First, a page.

By the way, just to be clear, none of the photos on this page were taken during last Friday’s operation.

RNLI Lough Derg lifeboat

From what we could hear, the operation involved volunteers from Killaloe Coast Guard, the RNLI at Dromineer, the Community Rescue Boats from Mountshannon and Limerick and at least one yacht, which (I think) took one of the rowing boats in tow; that yacht’s participation and careful provision of information to the Coast Guard was admirable.

Killaloe Coast Guard RIB

Killaloe Coast Guard RIB

We heard discussion of proposals to ask the Civil Defence to participate as well, and the Clare Herald confirms they did turn out. It seems that the University of Limerick Activity Centre boat was out too, as was Peter Hooker of RNLI in his own boat.

Limerick Marine SAR Land Rover

Limerick Marine SAR Land Rover

That’s just the volunteers, and if I’ve left anybody out I’m sorry; let me know and I’ll amend this.

Then there were the professionals: the Coast Guard staff on VHF, the Gardaí on shore, the helicopter crew. And, again, the Clare Herald makes it clear that lots of other people were involved too: fire brigade and ambulance units, paramedics and a hospital consultant.

All in all, this was a major operation and a lot of people put in a lot of effort that night, in bloody awful weather.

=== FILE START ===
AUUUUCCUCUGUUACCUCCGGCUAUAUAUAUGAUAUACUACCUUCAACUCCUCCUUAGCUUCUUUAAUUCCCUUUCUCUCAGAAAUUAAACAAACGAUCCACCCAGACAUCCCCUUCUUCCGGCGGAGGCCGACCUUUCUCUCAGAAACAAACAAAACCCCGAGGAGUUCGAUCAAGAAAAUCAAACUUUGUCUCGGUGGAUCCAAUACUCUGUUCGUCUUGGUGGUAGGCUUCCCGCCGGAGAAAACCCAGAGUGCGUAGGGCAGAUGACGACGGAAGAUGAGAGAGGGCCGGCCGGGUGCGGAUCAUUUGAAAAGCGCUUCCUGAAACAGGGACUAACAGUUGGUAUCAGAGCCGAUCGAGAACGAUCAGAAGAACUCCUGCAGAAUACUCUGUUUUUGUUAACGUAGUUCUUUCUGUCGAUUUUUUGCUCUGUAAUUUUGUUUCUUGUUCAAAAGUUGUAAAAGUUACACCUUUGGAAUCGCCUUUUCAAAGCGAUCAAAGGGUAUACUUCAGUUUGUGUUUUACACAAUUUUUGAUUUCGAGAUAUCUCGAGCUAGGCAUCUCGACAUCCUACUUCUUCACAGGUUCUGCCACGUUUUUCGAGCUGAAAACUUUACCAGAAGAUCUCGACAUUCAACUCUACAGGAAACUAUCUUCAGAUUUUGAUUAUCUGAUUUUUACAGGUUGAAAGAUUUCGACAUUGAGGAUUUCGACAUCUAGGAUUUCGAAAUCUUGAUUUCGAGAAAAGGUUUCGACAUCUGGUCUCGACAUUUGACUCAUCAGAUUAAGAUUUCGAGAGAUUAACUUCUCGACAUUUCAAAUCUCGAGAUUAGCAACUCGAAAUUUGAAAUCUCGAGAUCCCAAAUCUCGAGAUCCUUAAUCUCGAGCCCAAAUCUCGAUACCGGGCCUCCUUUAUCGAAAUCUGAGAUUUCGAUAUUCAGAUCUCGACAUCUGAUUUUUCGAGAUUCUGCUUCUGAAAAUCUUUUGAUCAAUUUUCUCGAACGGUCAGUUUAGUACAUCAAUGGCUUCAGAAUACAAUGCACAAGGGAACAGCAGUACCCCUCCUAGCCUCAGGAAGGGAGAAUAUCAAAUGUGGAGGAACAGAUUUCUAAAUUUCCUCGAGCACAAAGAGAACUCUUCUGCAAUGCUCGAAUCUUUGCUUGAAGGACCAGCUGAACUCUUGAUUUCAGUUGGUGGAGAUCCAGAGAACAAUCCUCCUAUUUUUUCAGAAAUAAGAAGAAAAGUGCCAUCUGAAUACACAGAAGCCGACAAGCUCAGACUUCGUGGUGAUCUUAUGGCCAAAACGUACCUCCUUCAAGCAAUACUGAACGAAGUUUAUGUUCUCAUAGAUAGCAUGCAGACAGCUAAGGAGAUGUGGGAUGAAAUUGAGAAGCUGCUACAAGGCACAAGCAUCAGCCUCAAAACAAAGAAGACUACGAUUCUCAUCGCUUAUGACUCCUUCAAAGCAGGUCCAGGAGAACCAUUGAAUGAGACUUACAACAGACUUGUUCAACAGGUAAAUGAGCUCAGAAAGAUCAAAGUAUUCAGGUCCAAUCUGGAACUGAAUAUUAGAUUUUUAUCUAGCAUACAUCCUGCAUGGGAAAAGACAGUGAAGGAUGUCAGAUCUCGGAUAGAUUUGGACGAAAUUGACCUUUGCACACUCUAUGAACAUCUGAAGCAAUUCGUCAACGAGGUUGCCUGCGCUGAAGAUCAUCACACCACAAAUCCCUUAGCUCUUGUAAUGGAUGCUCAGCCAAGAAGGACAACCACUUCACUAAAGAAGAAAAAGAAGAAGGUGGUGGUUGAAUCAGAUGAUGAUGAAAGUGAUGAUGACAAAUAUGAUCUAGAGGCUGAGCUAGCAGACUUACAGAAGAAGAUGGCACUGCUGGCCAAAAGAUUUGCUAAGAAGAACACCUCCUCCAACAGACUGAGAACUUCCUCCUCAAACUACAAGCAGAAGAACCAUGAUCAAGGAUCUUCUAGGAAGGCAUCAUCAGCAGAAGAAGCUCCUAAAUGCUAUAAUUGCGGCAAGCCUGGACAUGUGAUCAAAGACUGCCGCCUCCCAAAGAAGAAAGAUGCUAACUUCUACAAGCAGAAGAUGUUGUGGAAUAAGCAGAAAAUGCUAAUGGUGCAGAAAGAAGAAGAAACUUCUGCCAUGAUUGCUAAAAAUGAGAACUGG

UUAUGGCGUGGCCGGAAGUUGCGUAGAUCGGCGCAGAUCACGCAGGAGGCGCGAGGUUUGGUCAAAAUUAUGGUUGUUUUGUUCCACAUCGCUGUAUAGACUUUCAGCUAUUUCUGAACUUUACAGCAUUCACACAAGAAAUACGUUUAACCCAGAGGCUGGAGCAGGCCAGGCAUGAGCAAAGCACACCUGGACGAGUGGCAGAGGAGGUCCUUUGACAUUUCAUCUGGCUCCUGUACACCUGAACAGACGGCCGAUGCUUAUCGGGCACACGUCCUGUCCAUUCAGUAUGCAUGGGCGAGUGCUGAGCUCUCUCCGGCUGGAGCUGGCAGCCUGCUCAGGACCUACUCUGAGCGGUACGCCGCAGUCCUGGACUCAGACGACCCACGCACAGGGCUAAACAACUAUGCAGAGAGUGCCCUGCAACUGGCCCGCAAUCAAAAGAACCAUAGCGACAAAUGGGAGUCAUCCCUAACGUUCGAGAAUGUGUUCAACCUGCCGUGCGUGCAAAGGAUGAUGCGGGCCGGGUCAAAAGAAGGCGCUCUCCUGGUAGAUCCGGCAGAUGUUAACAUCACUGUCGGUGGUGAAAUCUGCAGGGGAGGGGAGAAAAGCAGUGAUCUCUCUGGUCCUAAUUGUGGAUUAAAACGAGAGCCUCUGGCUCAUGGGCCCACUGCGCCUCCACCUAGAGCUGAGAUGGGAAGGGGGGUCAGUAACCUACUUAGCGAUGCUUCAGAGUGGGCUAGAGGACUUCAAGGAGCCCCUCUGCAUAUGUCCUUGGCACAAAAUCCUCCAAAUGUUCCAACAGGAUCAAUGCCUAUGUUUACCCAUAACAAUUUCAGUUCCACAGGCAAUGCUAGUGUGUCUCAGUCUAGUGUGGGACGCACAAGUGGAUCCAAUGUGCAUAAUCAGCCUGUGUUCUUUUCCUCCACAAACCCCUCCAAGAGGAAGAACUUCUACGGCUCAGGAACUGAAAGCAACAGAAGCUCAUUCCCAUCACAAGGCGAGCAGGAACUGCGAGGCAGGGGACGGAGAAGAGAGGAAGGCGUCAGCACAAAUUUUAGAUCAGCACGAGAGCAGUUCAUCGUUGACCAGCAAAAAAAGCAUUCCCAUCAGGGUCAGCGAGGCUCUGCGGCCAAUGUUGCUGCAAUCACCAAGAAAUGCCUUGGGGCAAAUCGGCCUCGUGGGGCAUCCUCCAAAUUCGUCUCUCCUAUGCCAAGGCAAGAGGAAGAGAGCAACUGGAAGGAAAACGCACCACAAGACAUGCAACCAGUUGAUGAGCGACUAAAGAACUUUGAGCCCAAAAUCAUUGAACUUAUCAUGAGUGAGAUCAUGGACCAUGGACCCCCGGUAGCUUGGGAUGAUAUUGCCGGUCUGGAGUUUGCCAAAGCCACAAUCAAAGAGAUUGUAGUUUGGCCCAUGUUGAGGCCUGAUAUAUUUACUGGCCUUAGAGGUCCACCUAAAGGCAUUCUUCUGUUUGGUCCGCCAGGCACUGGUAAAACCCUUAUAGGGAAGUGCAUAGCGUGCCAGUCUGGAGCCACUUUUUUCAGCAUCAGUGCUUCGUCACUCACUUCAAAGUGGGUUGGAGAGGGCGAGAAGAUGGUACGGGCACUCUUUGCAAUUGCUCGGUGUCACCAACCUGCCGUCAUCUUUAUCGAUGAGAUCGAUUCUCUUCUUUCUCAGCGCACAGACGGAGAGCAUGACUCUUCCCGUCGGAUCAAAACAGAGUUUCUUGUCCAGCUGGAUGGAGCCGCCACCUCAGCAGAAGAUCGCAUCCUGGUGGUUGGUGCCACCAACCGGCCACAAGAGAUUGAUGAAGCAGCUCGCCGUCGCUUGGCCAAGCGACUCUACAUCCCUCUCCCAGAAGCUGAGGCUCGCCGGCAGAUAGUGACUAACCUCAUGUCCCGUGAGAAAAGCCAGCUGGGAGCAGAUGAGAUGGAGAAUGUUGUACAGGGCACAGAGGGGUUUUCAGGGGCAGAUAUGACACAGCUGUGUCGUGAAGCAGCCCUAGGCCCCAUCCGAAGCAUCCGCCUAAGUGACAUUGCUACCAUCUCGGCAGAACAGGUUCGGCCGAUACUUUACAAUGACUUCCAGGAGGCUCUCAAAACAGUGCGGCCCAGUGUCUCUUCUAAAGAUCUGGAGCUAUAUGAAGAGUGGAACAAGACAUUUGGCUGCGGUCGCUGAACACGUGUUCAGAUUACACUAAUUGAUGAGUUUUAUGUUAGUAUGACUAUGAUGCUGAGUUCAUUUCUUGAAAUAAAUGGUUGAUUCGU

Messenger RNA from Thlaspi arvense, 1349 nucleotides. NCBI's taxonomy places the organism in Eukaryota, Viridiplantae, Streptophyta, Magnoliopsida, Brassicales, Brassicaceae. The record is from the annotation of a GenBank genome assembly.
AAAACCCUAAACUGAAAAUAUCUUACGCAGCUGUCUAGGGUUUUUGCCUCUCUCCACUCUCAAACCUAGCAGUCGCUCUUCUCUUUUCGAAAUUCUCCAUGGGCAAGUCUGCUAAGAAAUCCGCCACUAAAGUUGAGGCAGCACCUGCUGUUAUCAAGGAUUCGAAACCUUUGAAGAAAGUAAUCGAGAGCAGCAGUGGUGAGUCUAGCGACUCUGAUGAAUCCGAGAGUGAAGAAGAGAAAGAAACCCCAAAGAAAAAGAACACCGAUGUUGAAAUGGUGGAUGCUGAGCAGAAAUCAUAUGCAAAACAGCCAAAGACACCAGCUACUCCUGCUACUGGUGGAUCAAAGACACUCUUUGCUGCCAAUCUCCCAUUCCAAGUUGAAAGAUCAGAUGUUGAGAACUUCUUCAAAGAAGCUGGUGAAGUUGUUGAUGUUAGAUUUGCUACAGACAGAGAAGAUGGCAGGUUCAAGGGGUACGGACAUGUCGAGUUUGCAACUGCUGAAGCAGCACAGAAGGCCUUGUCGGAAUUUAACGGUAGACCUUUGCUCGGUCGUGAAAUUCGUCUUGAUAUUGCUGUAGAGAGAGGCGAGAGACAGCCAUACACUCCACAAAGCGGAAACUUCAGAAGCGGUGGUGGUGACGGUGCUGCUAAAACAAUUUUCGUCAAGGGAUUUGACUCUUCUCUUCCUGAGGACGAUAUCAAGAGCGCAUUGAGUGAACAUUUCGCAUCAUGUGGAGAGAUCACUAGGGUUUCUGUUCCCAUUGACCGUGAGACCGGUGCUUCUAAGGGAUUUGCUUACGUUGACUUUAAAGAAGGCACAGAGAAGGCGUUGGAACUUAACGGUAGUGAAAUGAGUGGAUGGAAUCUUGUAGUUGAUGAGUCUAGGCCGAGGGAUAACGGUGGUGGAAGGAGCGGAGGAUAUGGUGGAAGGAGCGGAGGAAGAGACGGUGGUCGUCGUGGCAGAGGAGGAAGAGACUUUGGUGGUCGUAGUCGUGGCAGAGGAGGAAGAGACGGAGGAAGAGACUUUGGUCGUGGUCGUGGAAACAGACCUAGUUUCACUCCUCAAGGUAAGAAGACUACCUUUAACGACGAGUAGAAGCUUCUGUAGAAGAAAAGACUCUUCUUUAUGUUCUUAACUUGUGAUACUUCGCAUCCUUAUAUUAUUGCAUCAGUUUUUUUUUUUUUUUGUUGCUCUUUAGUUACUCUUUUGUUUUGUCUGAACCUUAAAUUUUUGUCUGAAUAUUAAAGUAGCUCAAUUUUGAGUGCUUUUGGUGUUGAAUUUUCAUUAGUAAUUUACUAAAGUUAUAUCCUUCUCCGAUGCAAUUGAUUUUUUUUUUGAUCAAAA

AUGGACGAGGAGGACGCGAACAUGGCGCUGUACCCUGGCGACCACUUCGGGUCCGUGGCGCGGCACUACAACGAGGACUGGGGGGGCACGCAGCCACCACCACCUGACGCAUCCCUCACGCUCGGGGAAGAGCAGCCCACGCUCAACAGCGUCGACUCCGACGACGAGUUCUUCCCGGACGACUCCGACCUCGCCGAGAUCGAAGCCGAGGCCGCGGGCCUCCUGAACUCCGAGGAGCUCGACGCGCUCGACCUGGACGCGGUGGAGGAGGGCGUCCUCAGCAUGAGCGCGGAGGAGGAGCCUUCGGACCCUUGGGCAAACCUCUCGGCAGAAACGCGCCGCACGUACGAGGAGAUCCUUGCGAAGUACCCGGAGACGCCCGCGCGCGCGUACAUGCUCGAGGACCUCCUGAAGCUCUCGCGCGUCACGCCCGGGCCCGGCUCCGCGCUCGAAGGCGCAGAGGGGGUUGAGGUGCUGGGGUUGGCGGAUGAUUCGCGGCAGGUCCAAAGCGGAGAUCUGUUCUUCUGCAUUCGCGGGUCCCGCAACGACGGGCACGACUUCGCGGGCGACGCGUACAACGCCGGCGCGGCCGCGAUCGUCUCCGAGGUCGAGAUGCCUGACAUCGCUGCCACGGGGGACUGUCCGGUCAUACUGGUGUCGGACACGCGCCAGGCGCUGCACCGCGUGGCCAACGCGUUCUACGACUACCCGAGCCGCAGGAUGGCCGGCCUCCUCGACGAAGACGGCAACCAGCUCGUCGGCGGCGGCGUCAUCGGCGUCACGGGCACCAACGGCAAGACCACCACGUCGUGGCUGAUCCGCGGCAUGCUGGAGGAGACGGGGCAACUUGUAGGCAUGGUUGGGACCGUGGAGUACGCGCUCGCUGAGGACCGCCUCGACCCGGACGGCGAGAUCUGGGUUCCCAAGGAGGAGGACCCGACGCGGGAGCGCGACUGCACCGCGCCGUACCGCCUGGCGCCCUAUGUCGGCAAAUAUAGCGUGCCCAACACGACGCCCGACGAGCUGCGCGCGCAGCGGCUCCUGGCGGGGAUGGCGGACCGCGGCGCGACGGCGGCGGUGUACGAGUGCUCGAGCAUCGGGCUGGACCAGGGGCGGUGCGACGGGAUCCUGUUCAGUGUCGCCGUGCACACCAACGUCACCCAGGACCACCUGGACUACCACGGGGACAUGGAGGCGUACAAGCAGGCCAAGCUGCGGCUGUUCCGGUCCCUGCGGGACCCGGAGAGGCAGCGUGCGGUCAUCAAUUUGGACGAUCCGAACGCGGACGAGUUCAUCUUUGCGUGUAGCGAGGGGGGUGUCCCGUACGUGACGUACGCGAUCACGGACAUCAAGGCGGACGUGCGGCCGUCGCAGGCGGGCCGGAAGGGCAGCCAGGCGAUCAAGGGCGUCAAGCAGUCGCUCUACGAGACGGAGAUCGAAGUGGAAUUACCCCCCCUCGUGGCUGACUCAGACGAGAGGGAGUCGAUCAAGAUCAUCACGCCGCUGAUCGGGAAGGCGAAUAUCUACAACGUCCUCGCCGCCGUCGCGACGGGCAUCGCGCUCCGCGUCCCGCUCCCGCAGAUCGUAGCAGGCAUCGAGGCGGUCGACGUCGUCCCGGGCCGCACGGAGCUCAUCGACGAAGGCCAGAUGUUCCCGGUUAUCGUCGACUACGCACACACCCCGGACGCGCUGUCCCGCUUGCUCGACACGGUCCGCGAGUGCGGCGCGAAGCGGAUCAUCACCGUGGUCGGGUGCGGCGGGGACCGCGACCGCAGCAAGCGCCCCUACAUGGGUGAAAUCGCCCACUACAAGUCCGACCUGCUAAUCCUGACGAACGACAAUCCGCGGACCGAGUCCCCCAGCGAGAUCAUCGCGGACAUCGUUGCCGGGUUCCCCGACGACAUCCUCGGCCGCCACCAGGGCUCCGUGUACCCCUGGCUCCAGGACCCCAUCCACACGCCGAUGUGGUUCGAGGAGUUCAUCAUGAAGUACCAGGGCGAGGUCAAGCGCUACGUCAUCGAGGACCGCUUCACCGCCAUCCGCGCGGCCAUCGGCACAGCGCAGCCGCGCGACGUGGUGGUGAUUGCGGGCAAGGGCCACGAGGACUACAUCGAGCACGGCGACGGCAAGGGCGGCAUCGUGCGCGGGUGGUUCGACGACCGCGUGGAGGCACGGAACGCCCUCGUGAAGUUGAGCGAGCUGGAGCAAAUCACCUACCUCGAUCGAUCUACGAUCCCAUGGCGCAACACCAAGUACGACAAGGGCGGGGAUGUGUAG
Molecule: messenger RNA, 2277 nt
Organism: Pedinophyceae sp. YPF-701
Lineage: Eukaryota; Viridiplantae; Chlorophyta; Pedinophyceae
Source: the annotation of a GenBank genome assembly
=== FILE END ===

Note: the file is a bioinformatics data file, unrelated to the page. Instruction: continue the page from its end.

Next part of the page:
Communications

I formed the impression that communication amongst the members of the rowing fleet, and between them and the rescue services, was poor. It was difficult to establish what rowers were where and how many were unaccounted for. The Clare Herald story seems to support that conclusion: it says that Gardaí had to travel to the rowers’ hotel to make sure that everybody had turned up and that the search was not formally stood down until 11.30pm.

I don’t know what communications equipment and what sort of organisation and safety procedures the rowing group had, so I’m not going to comment on them. Instead, I want to go off at a tangent. It struck me that life would have been easier for everybody if each boat had had a handheld VHF and someone able to operate it. Such sets can be bought for as little as £50 in the UK or €75 in Ireland.